A bill that would have eliminated sanctions against participants in marriages performed outside the confines of the Orthodox-controlled Chief Rabbinate was defeated in the Knesset on Wednesday.
Under the existing law, passed in 2013, couples that wed in such ceremonies and the individuals who officiate at them could face a two-year jail term for not registering with the Rabbinate.
To date, nobody has ever been convicted under this law, but several months ago, a prominent Conservative rabbi from Haifa was detained for officiating at such a wedding. Rabbi Dov Haiyun, of Moriah Congregation, was woken up at 5.30 AM and taken in for questioning by the Israeli police after a complaint was filed against him by the local rabbinical court.
Attorney General Avichai Mendelblit subsequently instructed the police to suspend their investigation. Haiyun’s detention sparked outrage in the Jewish world.
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The sanctions apply to all weddings performed in abidance with halakha, or Jewish religious law, but outside the confines of the Rabbinate. That would include marriages performed by Conservative rabbis as well as Orthodox rabbis who are not approved by the Rabbinate. Since these marriages are performed in abidance with halakha, they are binding from the perspective of the Rabbinate. By contrast, couples who wed in ceremonies that are not halakhic are not considered by the Rabbinate to be married.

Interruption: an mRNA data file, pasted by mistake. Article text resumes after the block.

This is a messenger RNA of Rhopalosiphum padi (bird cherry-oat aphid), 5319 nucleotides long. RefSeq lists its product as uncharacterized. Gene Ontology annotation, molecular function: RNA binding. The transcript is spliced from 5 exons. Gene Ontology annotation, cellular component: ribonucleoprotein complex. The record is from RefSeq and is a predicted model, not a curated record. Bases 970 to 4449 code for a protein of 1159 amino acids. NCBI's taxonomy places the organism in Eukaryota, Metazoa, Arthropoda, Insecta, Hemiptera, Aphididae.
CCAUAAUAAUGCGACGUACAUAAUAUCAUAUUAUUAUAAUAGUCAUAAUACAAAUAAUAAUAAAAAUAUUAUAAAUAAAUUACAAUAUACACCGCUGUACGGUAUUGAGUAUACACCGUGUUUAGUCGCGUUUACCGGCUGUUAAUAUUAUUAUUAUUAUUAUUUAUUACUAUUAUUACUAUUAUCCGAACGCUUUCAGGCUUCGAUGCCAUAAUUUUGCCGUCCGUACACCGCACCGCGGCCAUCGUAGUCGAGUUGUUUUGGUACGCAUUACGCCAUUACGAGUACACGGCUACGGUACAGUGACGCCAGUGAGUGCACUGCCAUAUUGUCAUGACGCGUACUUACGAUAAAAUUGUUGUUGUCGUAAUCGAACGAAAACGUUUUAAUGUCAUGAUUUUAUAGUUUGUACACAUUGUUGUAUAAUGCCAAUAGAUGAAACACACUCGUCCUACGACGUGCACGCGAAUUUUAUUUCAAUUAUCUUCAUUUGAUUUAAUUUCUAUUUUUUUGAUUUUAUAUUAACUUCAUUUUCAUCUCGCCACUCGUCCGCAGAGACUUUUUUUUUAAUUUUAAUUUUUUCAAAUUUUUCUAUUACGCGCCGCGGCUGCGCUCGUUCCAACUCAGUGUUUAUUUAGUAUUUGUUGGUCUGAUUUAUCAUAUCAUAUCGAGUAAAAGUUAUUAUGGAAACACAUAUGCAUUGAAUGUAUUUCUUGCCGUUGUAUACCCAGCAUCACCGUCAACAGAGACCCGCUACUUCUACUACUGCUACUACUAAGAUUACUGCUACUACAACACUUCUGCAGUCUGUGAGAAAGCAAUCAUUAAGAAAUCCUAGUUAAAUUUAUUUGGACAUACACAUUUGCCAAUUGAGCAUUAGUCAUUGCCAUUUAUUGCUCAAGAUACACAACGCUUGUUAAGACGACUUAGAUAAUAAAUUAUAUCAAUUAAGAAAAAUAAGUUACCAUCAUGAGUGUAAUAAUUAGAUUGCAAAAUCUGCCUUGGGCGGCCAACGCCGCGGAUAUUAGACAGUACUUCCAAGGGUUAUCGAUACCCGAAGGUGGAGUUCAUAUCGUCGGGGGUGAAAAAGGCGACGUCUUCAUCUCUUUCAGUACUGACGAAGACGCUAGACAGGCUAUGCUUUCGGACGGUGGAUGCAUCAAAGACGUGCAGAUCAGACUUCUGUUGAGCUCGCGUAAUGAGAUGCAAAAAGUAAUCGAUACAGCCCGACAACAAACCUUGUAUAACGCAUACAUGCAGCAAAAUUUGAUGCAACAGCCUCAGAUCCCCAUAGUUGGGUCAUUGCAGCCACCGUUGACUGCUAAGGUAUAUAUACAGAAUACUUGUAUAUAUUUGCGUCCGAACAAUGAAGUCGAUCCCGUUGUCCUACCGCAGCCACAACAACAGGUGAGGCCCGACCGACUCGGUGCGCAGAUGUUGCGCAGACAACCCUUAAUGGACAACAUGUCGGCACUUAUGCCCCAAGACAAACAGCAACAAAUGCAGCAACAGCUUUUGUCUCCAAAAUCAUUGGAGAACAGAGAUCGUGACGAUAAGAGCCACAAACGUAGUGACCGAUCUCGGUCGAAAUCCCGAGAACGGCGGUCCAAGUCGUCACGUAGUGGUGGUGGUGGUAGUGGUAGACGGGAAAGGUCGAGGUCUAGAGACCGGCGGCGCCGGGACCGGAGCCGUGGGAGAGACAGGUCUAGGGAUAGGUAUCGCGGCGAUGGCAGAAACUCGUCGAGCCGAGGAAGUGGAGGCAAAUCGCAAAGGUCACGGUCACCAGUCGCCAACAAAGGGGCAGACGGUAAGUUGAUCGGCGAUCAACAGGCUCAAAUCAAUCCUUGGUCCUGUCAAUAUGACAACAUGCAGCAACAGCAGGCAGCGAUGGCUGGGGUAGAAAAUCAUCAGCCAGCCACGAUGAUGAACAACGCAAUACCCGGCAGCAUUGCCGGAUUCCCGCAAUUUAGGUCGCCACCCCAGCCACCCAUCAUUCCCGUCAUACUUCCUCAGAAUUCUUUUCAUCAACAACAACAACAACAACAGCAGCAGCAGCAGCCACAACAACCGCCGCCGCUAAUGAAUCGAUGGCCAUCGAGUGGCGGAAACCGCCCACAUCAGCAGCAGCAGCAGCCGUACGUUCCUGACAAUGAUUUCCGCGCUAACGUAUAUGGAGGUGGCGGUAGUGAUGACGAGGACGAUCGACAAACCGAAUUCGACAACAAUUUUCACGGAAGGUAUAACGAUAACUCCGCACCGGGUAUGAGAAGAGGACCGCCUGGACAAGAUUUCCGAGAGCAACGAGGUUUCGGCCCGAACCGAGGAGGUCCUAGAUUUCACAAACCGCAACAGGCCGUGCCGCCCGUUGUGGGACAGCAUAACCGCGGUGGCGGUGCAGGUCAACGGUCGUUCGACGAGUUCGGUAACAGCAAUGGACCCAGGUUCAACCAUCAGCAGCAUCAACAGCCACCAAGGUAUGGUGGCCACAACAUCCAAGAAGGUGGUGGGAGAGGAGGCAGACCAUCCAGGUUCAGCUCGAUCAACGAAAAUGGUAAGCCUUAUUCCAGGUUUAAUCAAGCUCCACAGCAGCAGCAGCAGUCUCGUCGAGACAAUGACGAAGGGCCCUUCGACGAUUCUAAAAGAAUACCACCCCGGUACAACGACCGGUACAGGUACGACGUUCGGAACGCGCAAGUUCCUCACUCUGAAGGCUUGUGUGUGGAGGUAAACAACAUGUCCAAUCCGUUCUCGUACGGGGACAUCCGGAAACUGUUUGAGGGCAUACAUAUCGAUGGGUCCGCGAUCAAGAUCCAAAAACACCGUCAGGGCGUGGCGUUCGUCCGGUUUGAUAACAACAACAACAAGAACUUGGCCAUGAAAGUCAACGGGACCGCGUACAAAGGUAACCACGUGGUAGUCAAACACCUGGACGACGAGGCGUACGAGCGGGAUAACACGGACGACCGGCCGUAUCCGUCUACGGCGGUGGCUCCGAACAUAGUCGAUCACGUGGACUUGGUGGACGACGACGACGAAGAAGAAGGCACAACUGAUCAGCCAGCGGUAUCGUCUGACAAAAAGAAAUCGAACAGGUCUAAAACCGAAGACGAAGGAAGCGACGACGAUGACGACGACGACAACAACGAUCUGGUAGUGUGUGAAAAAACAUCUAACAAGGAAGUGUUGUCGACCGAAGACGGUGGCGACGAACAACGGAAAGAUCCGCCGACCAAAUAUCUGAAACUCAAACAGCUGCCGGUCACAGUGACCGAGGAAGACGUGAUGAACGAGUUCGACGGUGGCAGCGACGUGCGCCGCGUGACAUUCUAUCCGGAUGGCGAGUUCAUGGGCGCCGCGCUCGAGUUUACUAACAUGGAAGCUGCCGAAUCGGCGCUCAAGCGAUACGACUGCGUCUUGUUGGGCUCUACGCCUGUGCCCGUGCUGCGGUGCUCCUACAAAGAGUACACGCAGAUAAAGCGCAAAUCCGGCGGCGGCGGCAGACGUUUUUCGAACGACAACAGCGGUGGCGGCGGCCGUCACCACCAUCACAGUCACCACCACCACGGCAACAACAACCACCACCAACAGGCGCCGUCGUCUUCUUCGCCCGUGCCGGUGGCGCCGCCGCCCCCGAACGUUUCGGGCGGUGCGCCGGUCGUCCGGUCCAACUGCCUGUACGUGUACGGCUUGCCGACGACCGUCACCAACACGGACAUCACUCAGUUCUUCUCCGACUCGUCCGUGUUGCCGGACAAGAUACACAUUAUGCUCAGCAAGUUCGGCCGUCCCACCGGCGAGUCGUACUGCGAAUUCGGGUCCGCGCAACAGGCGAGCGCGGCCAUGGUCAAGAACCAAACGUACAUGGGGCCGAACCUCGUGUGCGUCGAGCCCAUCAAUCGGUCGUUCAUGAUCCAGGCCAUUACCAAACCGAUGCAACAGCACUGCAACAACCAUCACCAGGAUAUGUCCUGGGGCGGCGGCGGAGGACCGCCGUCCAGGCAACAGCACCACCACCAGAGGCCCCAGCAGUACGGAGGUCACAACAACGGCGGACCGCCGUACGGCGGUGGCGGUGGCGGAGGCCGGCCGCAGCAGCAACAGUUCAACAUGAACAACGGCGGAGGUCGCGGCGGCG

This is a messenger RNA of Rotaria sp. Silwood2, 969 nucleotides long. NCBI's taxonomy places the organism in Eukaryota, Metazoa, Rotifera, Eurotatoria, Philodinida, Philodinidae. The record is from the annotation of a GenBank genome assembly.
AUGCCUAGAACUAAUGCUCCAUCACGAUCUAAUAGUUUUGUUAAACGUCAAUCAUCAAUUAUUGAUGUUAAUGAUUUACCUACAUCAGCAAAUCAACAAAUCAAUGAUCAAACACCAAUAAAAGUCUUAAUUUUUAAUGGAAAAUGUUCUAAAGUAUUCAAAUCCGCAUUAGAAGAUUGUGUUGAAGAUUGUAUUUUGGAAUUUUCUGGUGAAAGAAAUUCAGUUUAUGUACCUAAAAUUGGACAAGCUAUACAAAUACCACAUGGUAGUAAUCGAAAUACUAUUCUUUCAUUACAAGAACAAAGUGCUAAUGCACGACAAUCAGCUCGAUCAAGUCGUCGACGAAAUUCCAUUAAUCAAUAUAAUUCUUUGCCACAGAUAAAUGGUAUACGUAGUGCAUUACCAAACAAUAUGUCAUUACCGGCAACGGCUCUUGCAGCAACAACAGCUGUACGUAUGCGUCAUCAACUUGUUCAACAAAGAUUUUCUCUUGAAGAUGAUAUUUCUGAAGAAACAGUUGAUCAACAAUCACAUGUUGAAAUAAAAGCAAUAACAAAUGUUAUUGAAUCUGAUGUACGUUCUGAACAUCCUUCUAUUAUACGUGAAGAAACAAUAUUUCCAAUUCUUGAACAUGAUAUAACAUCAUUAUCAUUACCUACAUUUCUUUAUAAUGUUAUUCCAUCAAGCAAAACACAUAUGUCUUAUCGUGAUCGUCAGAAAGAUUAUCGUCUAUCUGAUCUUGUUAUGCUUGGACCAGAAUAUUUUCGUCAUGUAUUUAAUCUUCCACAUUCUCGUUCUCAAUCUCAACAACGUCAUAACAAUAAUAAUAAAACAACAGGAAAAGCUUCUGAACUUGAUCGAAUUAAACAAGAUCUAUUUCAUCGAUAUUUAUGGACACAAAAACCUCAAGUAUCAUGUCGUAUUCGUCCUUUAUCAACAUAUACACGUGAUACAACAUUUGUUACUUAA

The bill defeated on Wednesday was submitted by opposition lawmaker Aliza Lavie, who heads the religion and state caucus in the Knesset. It was just seven votes short of passing a first reading. Members of the Yisrael Beiteinu party, which quit the coalition last week, voted in favor of the bill.
Following the vote, Lavie called the existing sanctions a “stain on the Israeli Knesset.”
Referring to those members of the Knesset who voted against her bill, she said: “The police arrest a rabbi in the middle of the night as though he were a common criminal. Two years in jail? Shame on you!”
Yizhar Hess, director of the Conservative-Masorti movement in Israel, said in response: “Once again, we see Knesset members falling in line with the political interests of the Orthodox establishment in Israel. Marriage and divorce are personal matters. How long will we be forced to live in a country where citizens are prohibited from marrying according to their conscience and way of life?”
Couples in Israel who wed outside the Rabbinate are not considered married, unless they go through another civil ceremony abroad and register as such.
ITIM, an organization that helps individuals challenged by Israel’s religious bureaucracy, said in response that “coalition politics have trumped the public good.”
“Regretfully, Knesset members were unable to overcome political considerations and end this absurd in which a person can be arrested in the Jewish state for performing a mitzvah,” the organization said in a statement. “The defeat of this bill is yet another step in the strengthening of the Rabbinate’s monopoly on the Jewish lifestyle of citizens of this state."